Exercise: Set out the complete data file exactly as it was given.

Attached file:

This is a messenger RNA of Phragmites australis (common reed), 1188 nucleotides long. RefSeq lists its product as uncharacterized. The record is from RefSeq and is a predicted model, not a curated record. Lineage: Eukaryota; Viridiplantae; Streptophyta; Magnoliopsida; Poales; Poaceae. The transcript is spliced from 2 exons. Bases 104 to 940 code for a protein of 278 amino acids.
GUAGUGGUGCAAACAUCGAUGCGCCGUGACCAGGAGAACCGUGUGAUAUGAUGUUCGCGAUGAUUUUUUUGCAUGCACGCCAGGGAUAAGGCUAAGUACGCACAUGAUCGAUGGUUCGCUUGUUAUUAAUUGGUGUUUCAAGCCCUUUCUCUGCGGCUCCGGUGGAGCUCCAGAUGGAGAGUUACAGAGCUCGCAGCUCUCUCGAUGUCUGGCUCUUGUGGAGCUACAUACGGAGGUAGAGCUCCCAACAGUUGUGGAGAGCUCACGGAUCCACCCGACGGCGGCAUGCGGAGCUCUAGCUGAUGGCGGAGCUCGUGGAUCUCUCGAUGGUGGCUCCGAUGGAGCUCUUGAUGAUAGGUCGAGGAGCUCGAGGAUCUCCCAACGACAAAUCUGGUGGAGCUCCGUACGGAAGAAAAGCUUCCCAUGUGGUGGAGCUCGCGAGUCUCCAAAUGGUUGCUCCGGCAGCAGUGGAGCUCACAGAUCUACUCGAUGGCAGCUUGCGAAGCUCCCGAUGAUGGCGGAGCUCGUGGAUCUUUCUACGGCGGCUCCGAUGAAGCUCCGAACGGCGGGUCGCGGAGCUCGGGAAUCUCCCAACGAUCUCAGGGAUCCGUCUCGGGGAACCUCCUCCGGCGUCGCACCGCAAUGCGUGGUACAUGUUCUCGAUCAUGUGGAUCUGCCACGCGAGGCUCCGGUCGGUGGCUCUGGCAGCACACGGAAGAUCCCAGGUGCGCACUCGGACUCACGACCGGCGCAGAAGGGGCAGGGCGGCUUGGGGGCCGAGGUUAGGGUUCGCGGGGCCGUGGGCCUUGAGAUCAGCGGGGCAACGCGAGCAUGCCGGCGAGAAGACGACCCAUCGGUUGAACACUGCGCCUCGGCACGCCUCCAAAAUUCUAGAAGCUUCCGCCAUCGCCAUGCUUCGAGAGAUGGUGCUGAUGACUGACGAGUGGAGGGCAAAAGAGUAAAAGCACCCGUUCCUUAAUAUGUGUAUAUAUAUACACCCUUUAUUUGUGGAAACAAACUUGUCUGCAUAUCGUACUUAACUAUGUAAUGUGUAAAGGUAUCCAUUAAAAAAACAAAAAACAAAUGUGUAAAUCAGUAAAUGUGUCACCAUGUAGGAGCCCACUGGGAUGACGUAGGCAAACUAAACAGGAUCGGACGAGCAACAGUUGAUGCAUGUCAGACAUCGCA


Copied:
This is a messenger RNA of Phragmites australis (common reed), 1188 nucleotides long. RefSeq lists its product as uncharacterized. The record is from RefSeq and is a predicted model, not a curated record. Lineage: Eukaryota; Viridiplantae; Streptophyta; Magnoliopsida; Poales; Poaceae. The transcript is spliced from 2 exons. Bases 104 to 940 code for a protein of 278 amino acids.
GUAGUGGUGCAAACAUCGAUGCGCCGUGACCAGGAGAACCGUGUGAUAUGAUGUUCGCGAUGAUUUUUUUGCAUGCACGCCAGGGAUAAGGCUAAGUACGCACAUGAUCGAUGGUUCGCUUGUUAUUAAUUGGUGUUUCAAGCCCUUUCUCUGCGGCUCCGGUGGAGCUCCAGAUGGAGAGUUACAGAGCUCGCAGCUCUCUCGAUGUCUGGCUCUUGUGGAGCUACAUACGGAGGUAGAGCUCCCAACAGUUGUGGAGAGCUCACGGAUCCACCCGACGGCGGCAUGCGGAGCUCUAGCUGAUGGCGGAGCUCGUGGAUCUCUCGAUGGUGGCUCCGAUGGAGCUCUUGAUGAUAGGUCGAGGAGCUCGAGGAUCUCCCAACGACAAAUCUGGUGGAGCUCCGUACGGAAGAAAAGCUUCCCAUGUGGUGGAGCUCGCGAGUCUCCAAAUGGUUGCUCCGGCAGCAGUGGAGCUCACAGAUCUACUCGAUGGCAGCUUGCGAAGCUCCCGAUGAUGGCGGAGCUCGUGGAUCUUUCUACGGCGGCUCCGAUGAAGCUCCGAACGGCGGGUCGCGGAGCUCGGGAAUCUCCCAACGAUCUCAGGGAUCCGUCUCGGGGAACCUCCUCCGGCGUCGCACCGCAAUGCGUGGUACAUGUUCUCGAUCAUGUGGAUCUGCCACGCGAGGCUCCGGUCGGUGGCUCUGGCAGCACACGGAAGAUCCCAGGUGCGCACUCGGACUCACGACCGGCGCAGAAGGGGCAGGGCGGCUUGGGGGCCGAGGUUAGGGUUCGCGGGGCCGUGGGCCUUGAGAUCAGCGGGGCAACGCGAGCAUGCCGGCGAGAAGACGACCCAUCGGUUGAACACUGCGCCUCGGCACGCCUCCAAAAUUCUAGAAGCUUCCGCCAUCGCCAUGCUUCGAGAGAUGGUGCUGAUGACUGACGAGUGGAGGGCAAAAGAGUAAAAGCACCCGUUCCUUAAUAUGUGUAUAUAUAUACACCCUUUAUUUGUGGAAACAAACUUGUCUGCAUAUCGUACUUAACUAUGUAAUGUGUAAAGGUAUCCAUUAAAAAAACAAAAAACAAAUGUGUAAAUCAGUAAAUGUGUCACCAUGUAGGAGCCCACUGGGAUGACGUAGGCAAACUAAACAGGAUCGGACGAGCAACAGUUGAUGCAUGUCAGACAUCGCA